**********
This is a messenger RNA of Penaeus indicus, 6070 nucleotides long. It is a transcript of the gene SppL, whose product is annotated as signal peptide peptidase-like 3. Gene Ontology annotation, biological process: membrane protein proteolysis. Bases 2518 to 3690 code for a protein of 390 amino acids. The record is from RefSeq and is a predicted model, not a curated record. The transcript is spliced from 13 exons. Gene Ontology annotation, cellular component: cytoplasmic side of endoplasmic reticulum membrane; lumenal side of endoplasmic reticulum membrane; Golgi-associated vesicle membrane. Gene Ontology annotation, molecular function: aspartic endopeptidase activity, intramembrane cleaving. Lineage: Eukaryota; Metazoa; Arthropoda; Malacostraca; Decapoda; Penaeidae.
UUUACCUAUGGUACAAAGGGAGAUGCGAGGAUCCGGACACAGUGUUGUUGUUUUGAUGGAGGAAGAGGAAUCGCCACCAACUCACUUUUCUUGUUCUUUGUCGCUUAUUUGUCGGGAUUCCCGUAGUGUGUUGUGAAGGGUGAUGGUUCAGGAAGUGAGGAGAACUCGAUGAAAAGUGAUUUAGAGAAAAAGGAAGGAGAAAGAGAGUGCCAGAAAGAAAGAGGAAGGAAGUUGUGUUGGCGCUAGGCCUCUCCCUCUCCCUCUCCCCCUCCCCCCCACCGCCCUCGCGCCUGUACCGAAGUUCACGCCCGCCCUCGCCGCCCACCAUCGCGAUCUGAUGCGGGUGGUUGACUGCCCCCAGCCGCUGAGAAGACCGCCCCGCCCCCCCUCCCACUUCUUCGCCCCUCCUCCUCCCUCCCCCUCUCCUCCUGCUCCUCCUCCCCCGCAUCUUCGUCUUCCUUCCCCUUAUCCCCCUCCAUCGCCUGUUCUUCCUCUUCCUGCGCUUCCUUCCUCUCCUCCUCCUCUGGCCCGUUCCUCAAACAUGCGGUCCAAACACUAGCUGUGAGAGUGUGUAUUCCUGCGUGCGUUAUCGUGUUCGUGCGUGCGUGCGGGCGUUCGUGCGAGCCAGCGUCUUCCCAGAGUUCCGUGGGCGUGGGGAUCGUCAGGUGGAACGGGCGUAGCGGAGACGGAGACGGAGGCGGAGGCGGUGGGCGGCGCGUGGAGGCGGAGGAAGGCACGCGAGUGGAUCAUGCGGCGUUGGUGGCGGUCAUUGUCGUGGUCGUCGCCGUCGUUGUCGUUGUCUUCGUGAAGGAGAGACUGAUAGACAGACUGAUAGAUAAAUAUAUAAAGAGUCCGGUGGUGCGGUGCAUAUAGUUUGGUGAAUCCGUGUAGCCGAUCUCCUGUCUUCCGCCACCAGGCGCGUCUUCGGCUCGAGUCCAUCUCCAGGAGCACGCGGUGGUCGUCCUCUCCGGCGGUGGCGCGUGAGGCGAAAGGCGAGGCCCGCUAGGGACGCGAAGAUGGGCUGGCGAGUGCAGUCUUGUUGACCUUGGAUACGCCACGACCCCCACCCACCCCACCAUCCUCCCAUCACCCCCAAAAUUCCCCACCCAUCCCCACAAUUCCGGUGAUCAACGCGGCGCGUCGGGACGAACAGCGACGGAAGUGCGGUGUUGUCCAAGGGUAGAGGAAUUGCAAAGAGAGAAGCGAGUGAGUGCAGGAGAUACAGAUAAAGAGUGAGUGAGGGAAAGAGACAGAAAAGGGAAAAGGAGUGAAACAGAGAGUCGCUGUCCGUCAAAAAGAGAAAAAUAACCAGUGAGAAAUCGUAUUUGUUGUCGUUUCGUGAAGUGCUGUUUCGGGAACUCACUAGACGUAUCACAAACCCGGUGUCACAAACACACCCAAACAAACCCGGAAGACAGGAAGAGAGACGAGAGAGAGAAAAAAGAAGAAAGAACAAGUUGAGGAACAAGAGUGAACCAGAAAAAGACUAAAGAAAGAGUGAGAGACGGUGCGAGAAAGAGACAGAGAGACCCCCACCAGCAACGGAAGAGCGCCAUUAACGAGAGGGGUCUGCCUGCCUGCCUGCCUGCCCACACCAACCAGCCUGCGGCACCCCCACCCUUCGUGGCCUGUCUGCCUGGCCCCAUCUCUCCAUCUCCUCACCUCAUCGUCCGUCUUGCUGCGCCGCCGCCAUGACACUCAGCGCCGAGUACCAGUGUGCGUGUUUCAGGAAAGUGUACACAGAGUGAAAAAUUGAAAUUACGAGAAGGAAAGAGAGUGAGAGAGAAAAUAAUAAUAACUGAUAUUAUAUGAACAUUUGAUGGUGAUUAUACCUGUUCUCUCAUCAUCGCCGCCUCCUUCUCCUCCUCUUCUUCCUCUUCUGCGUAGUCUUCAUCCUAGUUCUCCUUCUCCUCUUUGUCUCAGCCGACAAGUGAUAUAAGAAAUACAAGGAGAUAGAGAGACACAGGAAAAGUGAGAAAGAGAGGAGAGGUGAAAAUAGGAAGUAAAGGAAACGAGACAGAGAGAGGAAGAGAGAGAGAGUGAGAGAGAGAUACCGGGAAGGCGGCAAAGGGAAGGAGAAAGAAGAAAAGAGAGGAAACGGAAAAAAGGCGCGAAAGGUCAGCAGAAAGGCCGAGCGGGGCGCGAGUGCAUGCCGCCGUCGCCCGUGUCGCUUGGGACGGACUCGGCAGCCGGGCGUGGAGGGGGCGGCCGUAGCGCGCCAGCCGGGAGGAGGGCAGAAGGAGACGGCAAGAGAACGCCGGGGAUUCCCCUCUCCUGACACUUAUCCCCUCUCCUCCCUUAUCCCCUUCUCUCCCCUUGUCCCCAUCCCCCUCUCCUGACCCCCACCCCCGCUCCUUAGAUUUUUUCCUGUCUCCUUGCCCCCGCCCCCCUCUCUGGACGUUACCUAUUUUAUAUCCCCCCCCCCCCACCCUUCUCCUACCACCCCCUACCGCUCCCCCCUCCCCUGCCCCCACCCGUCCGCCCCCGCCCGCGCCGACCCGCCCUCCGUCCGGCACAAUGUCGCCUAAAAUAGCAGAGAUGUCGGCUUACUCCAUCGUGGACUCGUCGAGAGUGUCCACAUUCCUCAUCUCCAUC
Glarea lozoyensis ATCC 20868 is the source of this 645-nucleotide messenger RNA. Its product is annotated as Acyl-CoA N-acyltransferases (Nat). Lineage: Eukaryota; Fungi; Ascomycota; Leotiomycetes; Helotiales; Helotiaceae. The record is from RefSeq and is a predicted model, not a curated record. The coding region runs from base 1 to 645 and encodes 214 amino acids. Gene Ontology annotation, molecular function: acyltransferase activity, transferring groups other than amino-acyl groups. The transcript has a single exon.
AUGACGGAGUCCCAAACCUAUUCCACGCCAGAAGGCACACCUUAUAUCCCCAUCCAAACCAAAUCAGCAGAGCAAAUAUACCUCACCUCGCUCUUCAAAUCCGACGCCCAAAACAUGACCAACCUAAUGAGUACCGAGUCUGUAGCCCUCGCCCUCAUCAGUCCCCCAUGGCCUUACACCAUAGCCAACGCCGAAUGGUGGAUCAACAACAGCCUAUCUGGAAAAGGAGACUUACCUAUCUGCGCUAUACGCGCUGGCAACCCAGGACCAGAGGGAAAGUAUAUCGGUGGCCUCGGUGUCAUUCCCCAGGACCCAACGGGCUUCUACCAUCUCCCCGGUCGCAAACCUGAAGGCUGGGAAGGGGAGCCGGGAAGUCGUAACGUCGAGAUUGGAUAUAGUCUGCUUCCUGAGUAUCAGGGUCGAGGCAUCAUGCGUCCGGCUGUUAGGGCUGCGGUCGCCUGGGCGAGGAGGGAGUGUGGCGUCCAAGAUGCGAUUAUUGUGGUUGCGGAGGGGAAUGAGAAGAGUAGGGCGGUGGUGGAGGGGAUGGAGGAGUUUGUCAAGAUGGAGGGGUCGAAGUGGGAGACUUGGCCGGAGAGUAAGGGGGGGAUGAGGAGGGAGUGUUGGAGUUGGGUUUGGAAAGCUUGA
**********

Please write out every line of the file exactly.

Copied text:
This is a messenger RNA of Penaeus indicus, 6070 nucleotides long. It is a transcript of the gene SppL, whose product is annotated as signal peptide peptidase-like 3. Gene Ontology annotation, biological process: membrane protein proteolysis. Bases 2518 to 3690 code for a protein of 390 amino acids. The record is from RefSeq and is a predicted model, not a curated record. The transcript is spliced from 13 exons. Gene Ontology annotation, cellular component: cytoplasmic side of endoplasmic reticulum membrane; lumenal side of endoplasmic reticulum membrane; Golgi-associated vesicle membrane. Gene Ontology annotation, molecular function: aspartic endopeptidase activity, intramembrane cleaving. Lineage: Eukaryota; Metazoa; Arthropoda; Malacostraca; Decapoda; Penaeidae.
UUUACCUAUGGUACAAAGGGAGAUGCGAGGAUCCGGACACAGUGUUGUUGUUUUGAUGGAGGAAGAGGAAUCGCCACCAACUCACUUUUCUUGUUCUUUGUCGCUUAUUUGUCGGGAUUCCCGUAGUGUGUUGUGAAGGGUGAUGGUUCAGGAAGUGAGGAGAACUCGAUGAAAAGUGAUUUAGAGAAAAAGGAAGGAGAAAGAGAGUGCCAGAAAGAAAGAGGAAGGAAGUUGUGUUGGCGCUAGGCCUCUCCCUCUCCCUCUCCCCCUCCCCCCCACCGCCCUCGCGCCUGUACCGAAGUUCACGCCCGCCCUCGCCGCCCACCAUCGCGAUCUGAUGCGGGUGGUUGACUGCCCCCAGCCGCUGAGAAGACCGCCCCGCCCCCCCUCCCACUUCUUCGCCCCUCCUCCUCCCUCCCCCUCUCCUCCUGCUCCUCCUCCCCCGCAUCUUCGUCUUCCUUCCCCUUAUCCCCCUCCAUCGCCUGUUCUUCCUCUUCCUGCGCUUCCUUCCUCUCCUCCUCCUCUGGCCCGUUCCUCAAACAUGCGGUCCAAACACUAGCUGUGAGAGUGUGUAUUCCUGCGUGCGUUAUCGUGUUCGUGCGUGCGUGCGGGCGUUCGUGCGAGCCAGCGUCUUCCCAGAGUUCCGUGGGCGUGGGGAUCGUCAGGUGGAACGGGCGUAGCGGAGACGGAGACGGAGGCGGAGGCGGUGGGCGGCGCGUGGAGGCGGAGGAAGGCACGCGAGUGGAUCAUGCGGCGUUGGUGGCGGUCAUUGUCGUGGUCGUCGCCGUCGUUGUCGUUGUCUUCGUGAAGGAGAGACUGAUAGACAGACUGAUAGAUAAAUAUAUAAAGAGUCCGGUGGUGCGGUGCAUAUAGUUUGGUGAAUCCGUGUAGCCGAUCUCCUGUCUUCCGCCACCAGGCGCGUCUUCGGCUCGAGUCCAUCUCCAGGAGCACGCGGUGGUCGUCCUCUCCGGCGGUGGCGCGUGAGGCGAAAGGCGAGGCCCGCUAGGGACGCGAAGAUGGGCUGGCGAGUGCAGUCUUGUUGACCUUGGAUACGCCACGACCCCCACCCACCCCACCAUCCUCCCAUCACCCCCAAAAUUCCCCACCCAUCCCCACAAUUCCGGUGAUCAACGCGGCGCGUCGGGACGAACAGCGACGGAAGUGCGGUGUUGUCCAAGGGUAGAGGAAUUGCAAAGAGAGAAGCGAGUGAGUGCAGGAGAUACAGAUAAAGAGUGAGUGAGGGAAAGAGACAGAAAAGGGAAAAGGAGUGAAACAGAGAGUCGCUGUCCGUCAAAAAGAGAAAAAUAACCAGUGAGAAAUCGUAUUUGUUGUCGUUUCGUGAAGUGCUGUUUCGGGAACUCACUAGACGUAUCACAAACCCGGUGUCACAAACACACCCAAACAAACCCGGAAGACAGGAAGAGAGACGAGAGAGAGAAAAAAGAAGAAAGAACAAGUUGAGGAACAAGAGUGAACCAGAAAAAGACUAAAGAAAGAGUGAGAGACGGUGCGAGAAAGAGACAGAGAGACCCCCACCAGCAACGGAAGAGCGCCAUUAACGAGAGGGGUCUGCCUGCCUGCCUGCCUGCCCACACCAACCAGCCUGCGGCACCCCCACCCUUCGUGGCCUGUCUGCCUGGCCCCAUCUCUCCAUCUCCUCACCUCAUCGUCCGUCUUGCUGCGCCGCCGCCAUGACACUCAGCGCCGAGUACCAGUGUGCGUGUUUCAGGAAAGUGUACACAGAGUGAAAAAUUGAAAUUACGAGAAGGAAAGAGAGUGAGAGAGAAAAUAAUAAUAACUGAUAUUAUAUGAACAUUUGAUGGUGAUUAUACCUGUUCUCUCAUCAUCGCCGCCUCCUUCUCCUCCUCUUCUUCCUCUUCUGCGUAGUCUUCAUCCUAGUUCUCCUUCUCCUCUUUGUCUCAGCCGACAAGUGAUAUAAGAAAUACAAGGAGAUAGAGAGACACAGGAAAAGUGAGAAAGAGAGGAGAGGUGAAAAUAGGAAGUAAAGGAAACGAGACAGAGAGAGGAAGAGAGAGAGAGUGAGAGAGAGAUACCGGGAAGGCGGCAAAGGGAAGGAGAAAGAAGAAAAGAGAGGAAACGGAAAAAAGGCGCGAAAGGUCAGCAGAAAGGCCGAGCGGGGCGCGAGUGCAUGCCGCCGUCGCCCGUGUCGCUUGGGACGGACUCGGCAGCCGGGCGUGGAGGGGGCGGCCGUAGCGCGCCAGCCGGGAGGAGGGCAGAAGGAGACGGCAAGAGAACGCCGGGGAUUCCCCUCUCCUGACACUUAUCCCCUCUCCUCCCUUAUCCCCUUCUCUCCCCUUGUCCCCAUCCCCCUCUCCUGACCCCCACCCCCGCUCCUUAGAUUUUUUCCUGUCUCCUUGCCCCCGCCCCCCUCUCUGGACGUUACCUAUUUUAUAUCCCCCCCCCCCCACCCUUCUCCUACCACCCCCUACCGCUCCCCCCUCCCCUGCCCCCACCCGUCCGCCCCCGCCCGCGCCGACCCGCCCUCCGUCCGGCACAAUGUCGCCUAAAAUAGCAGAGAUGUCGGCUUACUCCAUCGUGGACUCGUCGAGAGUGUCCACAUUCCUCAUCUCCAUC
Glarea lozoyensis ATCC 20868 is the source of this 645-nucleotide messenger RNA. Its product is annotated as Acyl-CoA N-acyltransferases (Nat). Lineage: Eukaryota; Fungi; Ascomycota; Leotiomycetes; Helotiales; Helotiaceae. The record is from RefSeq and is a predicted model, not a curated record. The coding region runs from base 1 to 645 and encodes 214 amino acids. Gene Ontology annotation, molecular function: acyltransferase activity, transferring groups other than amino-acyl groups. The transcript has a single exon.
AUGACGGAGUCCCAAACCUAUUCCACGCCAGAAGGCACACCUUAUAUCCCCAUCCAAACCAAAUCAGCAGAGCAAAUAUACCUCACCUCGCUCUUCAAAUCCGACGCCCAAAACAUGACCAACCUAAUGAGUACCGAGUCUGUAGCCCUCGCCCUCAUCAGUCCCCCAUGGCCUUACACCAUAGCCAACGCCGAAUGGUGGAUCAACAACAGCCUAUCUGGAAAAGGAGACUUACCUAUCUGCGCUAUACGCGCUGGCAACCCAGGACCAGAGGGAAAGUAUAUCGGUGGCCUCGGUGUCAUUCCCCAGGACCCAACGGGCUUCUACCAUCUCCCCGGUCGCAAACCUGAAGGCUGGGAAGGGGAGCCGGGAAGUCGUAACGUCGAGAUUGGAUAUAGUCUGCUUCCUGAGUAUCAGGGUCGAGGCAUCAUGCGUCCGGCUGUUAGGGCUGCGGUCGCCUGGGCGAGGAGGGAGUGUGGCGUCCAAGAUGCGAUUAUUGUGGUUGCGGAGGGGAAUGAGAAGAGUAGGGCGGUGGUGGAGGGGAUGGAGGAGUUUGUCAAGAUGGAGGGGUCGAAGUGGGAGACUUGGCCGGAGAGUAAGGGGGGGAUGAGGAGGGAGUGUUGGAGUUGGGUUUGGAAAGCUUGA